Treatment of Mid-Life-Related Mood Disorders
Dehydroepiandrosterone (DHEA) is a hormone produced by the adrenal gland. As humans grow older the levels of DHEA naturally decrease. Low levels of DHEA have been associated with a variety of harmful effects, including increased heart disease, decreased immune system function, decreased bone density (osteoporosis), high cholesterol, and increased fat to muscle ratio.
Blood levels of DHEA and its sulfate form, DHEA-S, begin dropping when humans are in their 20's. By the time humans are in their 40's and 50's, levels of DHEA and DHEA-S levels are at 50% of their peak. Previous studies have shown that levels of these hormones are associated with feelings of "well-being" and enjoyment of "leisure" activities.
In this study researchers are interested in the effects on mood and behavior of DHEA in men and women with mid-life related mood disorders. Specifically, researchers would like to find out if increasing levels of DHEA will lessen the symptoms associated with these disorders.
|Study Design:||Primary Purpose: Treatment|
|Official Title:||Dehydroepiandrosterone Treatment of Mid-Life-Related Mood Disorders in Women and Men|
|Study Start Date:||June 1995|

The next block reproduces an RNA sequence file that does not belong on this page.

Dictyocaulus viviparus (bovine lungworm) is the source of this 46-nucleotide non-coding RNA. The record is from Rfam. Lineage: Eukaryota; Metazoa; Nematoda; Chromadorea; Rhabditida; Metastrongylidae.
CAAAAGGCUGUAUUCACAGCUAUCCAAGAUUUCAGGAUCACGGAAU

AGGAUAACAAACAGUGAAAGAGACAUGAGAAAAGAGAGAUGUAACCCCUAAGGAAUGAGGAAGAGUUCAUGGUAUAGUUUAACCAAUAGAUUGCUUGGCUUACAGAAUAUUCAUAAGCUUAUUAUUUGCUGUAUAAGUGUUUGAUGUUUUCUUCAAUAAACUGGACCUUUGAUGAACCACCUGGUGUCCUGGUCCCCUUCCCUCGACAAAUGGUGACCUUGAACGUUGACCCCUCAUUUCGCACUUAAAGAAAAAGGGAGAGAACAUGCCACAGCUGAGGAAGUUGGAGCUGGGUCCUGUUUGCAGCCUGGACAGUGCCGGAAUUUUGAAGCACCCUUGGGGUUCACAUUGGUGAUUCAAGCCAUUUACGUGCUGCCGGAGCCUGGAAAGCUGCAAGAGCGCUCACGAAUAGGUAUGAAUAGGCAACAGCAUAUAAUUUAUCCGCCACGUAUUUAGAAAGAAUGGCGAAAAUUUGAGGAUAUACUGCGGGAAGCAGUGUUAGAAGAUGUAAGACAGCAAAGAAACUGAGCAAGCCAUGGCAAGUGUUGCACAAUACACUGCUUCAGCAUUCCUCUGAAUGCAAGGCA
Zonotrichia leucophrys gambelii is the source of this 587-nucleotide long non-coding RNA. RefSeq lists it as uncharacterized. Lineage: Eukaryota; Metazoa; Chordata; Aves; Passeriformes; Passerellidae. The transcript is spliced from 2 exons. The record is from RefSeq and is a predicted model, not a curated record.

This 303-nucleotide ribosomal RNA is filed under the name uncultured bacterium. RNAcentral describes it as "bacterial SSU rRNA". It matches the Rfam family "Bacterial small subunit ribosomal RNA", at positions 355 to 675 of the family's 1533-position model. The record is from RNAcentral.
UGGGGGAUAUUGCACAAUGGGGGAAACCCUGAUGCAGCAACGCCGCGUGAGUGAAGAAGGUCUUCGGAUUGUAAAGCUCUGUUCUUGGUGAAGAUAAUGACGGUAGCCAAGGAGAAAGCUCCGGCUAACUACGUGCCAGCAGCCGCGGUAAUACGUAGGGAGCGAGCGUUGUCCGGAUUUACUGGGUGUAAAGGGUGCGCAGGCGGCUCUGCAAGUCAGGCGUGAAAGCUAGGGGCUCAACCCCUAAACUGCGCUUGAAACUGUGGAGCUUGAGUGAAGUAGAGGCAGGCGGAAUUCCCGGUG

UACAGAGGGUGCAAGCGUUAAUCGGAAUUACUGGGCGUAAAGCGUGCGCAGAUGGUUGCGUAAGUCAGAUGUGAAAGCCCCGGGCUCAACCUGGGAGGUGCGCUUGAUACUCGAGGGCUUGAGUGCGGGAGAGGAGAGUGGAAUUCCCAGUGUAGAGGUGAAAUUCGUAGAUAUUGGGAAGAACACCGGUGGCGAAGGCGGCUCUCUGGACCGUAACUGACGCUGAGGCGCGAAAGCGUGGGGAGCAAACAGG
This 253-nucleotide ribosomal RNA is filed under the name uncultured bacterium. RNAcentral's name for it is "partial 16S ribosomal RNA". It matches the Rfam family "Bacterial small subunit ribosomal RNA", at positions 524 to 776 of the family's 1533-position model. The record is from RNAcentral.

|Estimated Study Completion Date:||April 2004|
Dehydroepiandrosterone (DHEA) is a hormone produced by the adrenal gland in concentrations that decrease with age. In humans low DHEA levels have been associated with a variety of adverse biological consequences, including increased cardiovascular disease, decreased immune function, decreased bone density, negative lipid profile and an increased fat to muscle ratio.
In this study, we investigate the effects on mood and behavior of DHEA in men and women with midlife-related mood disorders in a double-blind, placebo-controlled, crossover trial. We specifically ask whether increasing DHEA levels will mitigate any or all of the neurasthenia-like symptoms characteristic of these disorders.
Please refer to this study by its ClinicalTrials.gov identifier: NCT00001487
|United States, Maryland|
|National Institute of Mental Health (NIMH)|
|Bethesda, Maryland, United States, 20892|